The Old Town
I’m making my way up the pretty little streets of Plovdiv’s old town in Bulgaria. I say up, for there’s a reason Plovdiv is known by Bulgarians as ’The City of the 7 Hills.’ In actual fact this term is passé since Markovo Tepe was demolished at the start of the 20th century. No matter that the material was used to pave the streets of Plovdiv; its loss is still, understandably, keenly felt by local partisans.
While admiring the handsome houses painted in chalky, muted colours that line the route, a middle-aged Bulgarian greets me. He asks me where I’ve been in Bulgaria and what my plans are. He speaks in simple, direct English.
“Sofia is not so good, only government buildings. Plovdiv is beautiful, an ancient town.”
He offers to play tour guide for a small fee and we proceed at a fairly rapid pace through the highlights of the old town: The ancient Roman theatre, churches that date back to the 4th century, the Regional Ethnographic Museum. In the church of St. Constantine and St. Helena, I’m stunned by the delicacy of the work. Hand-carved wood and delightful gold filigree rivals anything in Rome or Florence.
We reach the pinnacle of Nebet Tepe, the Hill of the Guards. From here vestiges of the ancient city are still visible: Thracian walls, Hellenistic towers, a Roman staircase, a reservoir dating from the Middle Ages. We pick our way across strewn boulders to stand on the crumbling walls where lie some of the best views of the modern city and its 350,000 inhabitants. I marvel at the 8 Millenia of history culminated right here before me.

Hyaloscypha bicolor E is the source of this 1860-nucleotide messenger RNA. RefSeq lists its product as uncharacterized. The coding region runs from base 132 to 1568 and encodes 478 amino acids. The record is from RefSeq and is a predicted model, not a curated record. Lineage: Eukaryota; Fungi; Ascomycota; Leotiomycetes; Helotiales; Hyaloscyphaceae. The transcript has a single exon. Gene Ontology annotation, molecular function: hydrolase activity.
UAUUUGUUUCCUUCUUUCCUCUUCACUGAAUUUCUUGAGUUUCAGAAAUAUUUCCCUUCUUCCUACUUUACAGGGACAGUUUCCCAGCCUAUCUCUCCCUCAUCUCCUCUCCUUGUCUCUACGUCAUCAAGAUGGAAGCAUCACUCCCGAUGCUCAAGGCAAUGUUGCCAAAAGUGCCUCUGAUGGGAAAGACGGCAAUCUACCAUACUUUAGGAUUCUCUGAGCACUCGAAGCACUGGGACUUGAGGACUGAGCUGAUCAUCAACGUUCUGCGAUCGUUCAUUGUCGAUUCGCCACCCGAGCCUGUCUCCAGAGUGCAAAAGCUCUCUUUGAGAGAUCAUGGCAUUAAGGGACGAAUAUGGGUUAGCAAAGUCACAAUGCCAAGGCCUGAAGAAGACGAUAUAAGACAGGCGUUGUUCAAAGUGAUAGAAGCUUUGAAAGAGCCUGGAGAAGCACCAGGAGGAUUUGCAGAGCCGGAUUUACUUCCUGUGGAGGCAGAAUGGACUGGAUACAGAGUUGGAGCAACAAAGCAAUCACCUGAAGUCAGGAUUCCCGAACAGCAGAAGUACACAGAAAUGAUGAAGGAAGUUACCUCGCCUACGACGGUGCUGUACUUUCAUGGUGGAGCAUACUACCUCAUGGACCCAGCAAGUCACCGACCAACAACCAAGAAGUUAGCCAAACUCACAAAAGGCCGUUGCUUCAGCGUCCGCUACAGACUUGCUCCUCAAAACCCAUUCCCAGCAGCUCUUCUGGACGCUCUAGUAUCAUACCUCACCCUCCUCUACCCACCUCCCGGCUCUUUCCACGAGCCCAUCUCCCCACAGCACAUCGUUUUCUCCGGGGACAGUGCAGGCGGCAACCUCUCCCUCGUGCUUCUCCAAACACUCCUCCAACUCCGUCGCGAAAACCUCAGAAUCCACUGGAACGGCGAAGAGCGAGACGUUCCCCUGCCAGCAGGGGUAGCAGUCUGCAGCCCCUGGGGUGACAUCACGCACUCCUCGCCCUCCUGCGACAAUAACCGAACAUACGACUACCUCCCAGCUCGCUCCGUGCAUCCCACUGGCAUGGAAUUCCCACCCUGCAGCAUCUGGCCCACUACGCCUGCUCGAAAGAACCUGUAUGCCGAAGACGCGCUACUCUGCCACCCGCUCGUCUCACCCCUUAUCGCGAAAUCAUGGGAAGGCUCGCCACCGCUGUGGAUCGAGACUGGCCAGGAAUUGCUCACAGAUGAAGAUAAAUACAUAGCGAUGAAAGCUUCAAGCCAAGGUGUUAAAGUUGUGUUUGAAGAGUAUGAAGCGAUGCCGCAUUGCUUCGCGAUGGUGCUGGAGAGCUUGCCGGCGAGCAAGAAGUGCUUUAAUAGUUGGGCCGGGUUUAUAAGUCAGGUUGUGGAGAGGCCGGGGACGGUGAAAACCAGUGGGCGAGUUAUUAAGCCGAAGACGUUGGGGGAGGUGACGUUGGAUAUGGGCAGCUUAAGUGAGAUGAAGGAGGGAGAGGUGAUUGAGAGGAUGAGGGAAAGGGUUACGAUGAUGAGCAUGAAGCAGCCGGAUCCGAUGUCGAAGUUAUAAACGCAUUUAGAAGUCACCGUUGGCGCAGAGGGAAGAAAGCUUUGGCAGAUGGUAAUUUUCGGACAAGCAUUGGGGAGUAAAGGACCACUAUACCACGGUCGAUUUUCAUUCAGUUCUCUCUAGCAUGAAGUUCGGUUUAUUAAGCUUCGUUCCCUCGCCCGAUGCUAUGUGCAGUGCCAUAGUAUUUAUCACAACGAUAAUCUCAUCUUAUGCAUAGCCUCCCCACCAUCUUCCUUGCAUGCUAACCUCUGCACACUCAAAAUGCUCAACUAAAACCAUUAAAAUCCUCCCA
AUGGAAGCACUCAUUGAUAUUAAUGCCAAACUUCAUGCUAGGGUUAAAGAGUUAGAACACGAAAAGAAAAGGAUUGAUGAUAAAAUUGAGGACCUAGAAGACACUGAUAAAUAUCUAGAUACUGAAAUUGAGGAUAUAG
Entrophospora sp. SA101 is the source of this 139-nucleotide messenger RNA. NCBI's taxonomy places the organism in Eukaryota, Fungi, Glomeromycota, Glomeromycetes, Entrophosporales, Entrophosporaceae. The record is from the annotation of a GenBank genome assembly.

We part company and I descend the winding streets back towards The Maritsa. I’m arrested by a beautifully haunting melody. Following my ears, like the musical equivalent of the Bisto Kid, I soon happen upon its producer. The young lady is packing away her violin but she agrees to play another and I’m treated to a rendition of Rachmaninov’s Trio Elégiaque. She’s a graduate of the prestigious Music Academy.
“The main season is over but there are still a few tourists even at this time of year.”
“And then what?”
“Maybe return to study. You cannot make enough money from a career in music.”
It’s a tragedy, sadly not unique to Bulgaria. As an alternative she could, like the impressively bearded man of Tsanko Lavrenov, set up shop. He’s strumming along to psychedelic 60s rock blasting from a small set of speakers when I walk past. It’s enough to entice me into his cavelike shop where he flourishes, magician-like, items seemingly out of thin air: a wartime leather camera case, some old prints, a hand-crafted pendant. He’s a real performer and when he proceeds to demonstrate a traditional Kukeri mask I don’t know whether to laugh or run for the (admittedly not too distant) hills in fear.
“Look them up on the internet,“ he says. “They’re used in folk rituals at the end of the year.”
I ask him about his business.
“Oh you know, could be better, could be worse,” he says. “I sell some things abroad on the internet.”